Have a drone? You better get it registered Transportation Secretary Anthony Foxx, center, accompanied industry stakeholder representatives, speaks at a news conference at the Department of Transportation in Washington, Monday, Oct. 19, 2015, where he announced the creation of a task force to develop recommendations for a registration process for Unmanned Aircraft Systems (UAS). (AP Photo/Andrew Harnik/Francois Mori)
Have a drone? You better get it registered

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Spurred by numerous reports of drones flying near jets and airports, the federal government will require that the aircraft be registered.  That will make it easier to identify owners and educate amateur aviators.
The move was announced by the Federal Aviation Administration.  It comes at a time when the agency is receiving more than 100 reports per month about drones flying near manned aircraft. The FAA prohibits drones and model airplanes from flying higher than 400 feet. They also cannot fly within 5 miles of an airport.
Drones have become increasingly popular with hobbyists. The FAA estimates that 1.6 million small, unmanned aircraft will be sold in 2015. Half will be bought during the last three months of the year.
The drones must be marked with the owner's unique registration number. The FAA said that would let authorities track down owners if they violate the rules. But registration also gives the agency a vehicle to educate owners.  And it comes as thousands get drones as presents for Christmas and other holidays.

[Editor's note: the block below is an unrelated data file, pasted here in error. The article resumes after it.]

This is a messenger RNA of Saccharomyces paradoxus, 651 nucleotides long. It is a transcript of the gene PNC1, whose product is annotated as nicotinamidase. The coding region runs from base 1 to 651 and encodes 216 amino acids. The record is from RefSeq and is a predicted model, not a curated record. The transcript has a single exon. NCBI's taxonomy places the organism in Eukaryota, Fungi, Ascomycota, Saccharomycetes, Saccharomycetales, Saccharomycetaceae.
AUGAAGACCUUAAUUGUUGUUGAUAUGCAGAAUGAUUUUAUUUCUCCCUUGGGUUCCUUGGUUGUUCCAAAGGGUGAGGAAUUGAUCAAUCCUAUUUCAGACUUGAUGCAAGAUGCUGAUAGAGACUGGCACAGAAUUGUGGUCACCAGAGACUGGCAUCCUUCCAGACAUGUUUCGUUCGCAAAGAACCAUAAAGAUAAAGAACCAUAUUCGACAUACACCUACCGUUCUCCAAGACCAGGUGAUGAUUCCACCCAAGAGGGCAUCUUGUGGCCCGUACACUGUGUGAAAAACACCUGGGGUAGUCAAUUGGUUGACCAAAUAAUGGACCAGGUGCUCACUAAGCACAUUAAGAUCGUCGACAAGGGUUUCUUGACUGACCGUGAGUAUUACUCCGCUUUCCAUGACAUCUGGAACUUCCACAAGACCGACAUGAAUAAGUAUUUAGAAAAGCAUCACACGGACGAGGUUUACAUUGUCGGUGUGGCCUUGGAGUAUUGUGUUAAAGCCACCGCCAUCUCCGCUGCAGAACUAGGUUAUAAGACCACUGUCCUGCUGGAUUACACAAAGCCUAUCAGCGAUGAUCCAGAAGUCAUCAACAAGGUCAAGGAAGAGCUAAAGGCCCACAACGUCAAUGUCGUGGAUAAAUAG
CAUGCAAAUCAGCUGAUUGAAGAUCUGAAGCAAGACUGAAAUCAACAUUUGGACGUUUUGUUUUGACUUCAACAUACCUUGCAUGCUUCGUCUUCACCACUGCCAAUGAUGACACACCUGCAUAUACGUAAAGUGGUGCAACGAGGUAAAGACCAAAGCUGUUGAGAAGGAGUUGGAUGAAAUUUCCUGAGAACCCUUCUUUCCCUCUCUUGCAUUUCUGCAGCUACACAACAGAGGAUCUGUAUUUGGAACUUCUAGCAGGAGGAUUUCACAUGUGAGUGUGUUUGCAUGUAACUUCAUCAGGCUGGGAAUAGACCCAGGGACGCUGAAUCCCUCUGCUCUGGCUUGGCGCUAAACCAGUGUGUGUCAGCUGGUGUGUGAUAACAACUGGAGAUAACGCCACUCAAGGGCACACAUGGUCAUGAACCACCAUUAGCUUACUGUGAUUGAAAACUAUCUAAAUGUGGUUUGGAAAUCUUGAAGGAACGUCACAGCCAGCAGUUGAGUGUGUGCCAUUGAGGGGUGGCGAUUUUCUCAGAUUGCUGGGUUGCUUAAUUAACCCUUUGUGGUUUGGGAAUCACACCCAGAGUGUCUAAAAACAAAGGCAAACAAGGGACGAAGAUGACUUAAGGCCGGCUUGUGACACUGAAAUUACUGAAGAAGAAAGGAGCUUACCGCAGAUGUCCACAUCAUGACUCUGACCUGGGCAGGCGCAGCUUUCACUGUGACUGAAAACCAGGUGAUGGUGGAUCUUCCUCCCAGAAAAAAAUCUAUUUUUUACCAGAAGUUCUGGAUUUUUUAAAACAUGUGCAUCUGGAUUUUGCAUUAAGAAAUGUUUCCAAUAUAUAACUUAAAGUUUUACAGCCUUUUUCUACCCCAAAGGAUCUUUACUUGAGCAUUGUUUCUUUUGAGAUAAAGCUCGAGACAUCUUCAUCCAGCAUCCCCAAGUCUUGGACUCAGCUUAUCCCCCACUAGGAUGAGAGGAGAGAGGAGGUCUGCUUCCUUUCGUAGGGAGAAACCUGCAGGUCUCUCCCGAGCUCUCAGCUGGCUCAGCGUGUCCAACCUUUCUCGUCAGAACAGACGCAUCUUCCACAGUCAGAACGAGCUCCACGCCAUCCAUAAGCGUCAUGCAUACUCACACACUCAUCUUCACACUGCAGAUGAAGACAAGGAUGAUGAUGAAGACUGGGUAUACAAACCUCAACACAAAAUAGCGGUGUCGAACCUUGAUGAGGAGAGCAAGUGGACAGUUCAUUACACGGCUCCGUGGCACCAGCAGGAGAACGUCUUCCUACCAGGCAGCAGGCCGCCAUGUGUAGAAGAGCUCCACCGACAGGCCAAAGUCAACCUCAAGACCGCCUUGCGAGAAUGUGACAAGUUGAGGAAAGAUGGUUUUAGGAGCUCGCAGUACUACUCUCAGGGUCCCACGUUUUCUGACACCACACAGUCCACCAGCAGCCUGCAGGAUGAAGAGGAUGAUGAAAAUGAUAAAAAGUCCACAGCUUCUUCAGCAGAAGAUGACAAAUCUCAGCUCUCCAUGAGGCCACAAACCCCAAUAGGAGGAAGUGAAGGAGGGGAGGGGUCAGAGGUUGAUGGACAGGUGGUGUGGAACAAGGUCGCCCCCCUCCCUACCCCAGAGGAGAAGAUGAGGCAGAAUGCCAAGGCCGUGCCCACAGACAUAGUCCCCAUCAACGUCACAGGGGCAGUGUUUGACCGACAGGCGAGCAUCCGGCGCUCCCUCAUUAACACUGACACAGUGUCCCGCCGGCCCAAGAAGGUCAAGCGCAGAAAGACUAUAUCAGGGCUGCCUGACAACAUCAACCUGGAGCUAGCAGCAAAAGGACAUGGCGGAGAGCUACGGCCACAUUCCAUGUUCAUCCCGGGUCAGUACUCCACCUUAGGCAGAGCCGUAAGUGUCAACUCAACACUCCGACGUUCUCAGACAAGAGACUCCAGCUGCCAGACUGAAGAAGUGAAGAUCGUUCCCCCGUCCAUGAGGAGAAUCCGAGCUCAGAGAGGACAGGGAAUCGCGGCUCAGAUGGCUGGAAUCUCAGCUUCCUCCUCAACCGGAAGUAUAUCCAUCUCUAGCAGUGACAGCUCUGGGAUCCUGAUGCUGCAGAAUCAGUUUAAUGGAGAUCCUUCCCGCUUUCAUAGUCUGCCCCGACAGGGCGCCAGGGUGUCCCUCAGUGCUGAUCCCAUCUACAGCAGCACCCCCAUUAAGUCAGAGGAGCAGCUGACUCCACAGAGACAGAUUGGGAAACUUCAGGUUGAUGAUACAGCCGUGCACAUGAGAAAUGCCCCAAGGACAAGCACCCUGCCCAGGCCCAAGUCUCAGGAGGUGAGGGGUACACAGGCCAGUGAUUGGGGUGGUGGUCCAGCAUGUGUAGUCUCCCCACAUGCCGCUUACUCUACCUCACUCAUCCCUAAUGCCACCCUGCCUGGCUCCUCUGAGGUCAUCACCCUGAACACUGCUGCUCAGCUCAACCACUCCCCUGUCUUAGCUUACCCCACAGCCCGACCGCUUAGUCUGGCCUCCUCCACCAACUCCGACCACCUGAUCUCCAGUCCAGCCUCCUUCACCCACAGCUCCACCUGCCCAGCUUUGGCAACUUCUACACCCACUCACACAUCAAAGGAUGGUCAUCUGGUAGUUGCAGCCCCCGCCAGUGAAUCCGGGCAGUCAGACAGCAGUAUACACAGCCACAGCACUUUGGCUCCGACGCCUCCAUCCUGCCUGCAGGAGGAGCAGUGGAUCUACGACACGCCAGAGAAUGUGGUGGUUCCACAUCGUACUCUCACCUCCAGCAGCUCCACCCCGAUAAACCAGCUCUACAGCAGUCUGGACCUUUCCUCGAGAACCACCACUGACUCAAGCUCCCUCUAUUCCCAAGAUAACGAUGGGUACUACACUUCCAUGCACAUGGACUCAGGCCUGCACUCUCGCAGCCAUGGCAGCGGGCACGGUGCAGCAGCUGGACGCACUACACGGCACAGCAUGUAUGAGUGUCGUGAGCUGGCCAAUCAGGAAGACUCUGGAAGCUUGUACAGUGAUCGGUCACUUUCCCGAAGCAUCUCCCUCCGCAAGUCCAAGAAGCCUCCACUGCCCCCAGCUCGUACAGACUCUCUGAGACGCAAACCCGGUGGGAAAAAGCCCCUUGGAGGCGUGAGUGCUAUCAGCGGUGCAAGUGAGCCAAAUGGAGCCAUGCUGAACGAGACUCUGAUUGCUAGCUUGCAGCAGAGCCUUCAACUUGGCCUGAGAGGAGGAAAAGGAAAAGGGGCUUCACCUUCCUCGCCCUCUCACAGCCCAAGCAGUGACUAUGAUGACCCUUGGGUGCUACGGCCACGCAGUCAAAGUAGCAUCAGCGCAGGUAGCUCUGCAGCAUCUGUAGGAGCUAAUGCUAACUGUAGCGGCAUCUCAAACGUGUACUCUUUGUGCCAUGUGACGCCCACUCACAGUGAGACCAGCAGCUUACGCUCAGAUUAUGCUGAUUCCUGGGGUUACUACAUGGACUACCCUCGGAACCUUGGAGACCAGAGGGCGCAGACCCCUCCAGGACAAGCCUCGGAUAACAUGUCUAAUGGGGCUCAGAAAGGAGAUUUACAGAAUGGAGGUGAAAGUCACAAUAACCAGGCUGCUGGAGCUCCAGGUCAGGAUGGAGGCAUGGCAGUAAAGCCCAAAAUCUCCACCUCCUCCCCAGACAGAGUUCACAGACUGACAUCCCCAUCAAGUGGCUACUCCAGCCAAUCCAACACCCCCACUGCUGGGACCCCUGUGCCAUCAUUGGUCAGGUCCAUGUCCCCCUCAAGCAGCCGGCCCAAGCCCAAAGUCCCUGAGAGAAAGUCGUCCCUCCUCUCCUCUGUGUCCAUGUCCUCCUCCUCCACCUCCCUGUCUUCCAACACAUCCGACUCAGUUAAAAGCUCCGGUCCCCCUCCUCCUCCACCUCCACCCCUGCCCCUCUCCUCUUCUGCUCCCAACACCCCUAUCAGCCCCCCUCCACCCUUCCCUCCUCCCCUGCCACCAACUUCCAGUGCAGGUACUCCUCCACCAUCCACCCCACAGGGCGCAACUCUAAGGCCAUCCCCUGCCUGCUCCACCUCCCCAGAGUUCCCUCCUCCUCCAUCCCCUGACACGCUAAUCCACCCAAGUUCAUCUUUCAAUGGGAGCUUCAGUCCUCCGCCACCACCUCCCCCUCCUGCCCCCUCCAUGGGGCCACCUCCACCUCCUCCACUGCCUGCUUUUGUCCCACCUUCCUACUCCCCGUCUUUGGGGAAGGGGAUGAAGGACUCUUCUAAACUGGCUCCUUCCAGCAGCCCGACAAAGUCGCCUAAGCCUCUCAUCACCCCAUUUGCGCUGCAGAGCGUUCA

The requirement covers aircraft weighing from more than a half pound up to 55 pounds. It also includes any payload such as a camera. Drone owners who are 13 and older will have to register on an FAA website.  It will become available Dec. 21. The FAA expects parents to register for younger children.
Registration will cost $5.  It must be renewed every three years. But the fee will be waived for the first 30 days, until Jan. 20. Owners will have to mark aircraft with an identification number. Recreational fliers can register as many aircraft as they want on one registration number.
Most people who fly drones and model aircraft have little aviation experience. But they become pilots as soon as they start to fly.  That's according to Deputy FAA Administrator Michael Whitaker. "They have the responsibility to fly safely.  And there are rules and regulations that apply to them," he said.
Those who got drones before Dec. 21 must register by Feb. 19. People who buy them later must register before their first outdoor flight.
Owners will have to provide their name, home address and email.  Their identity will be verified and payments made by credit card, the agency said.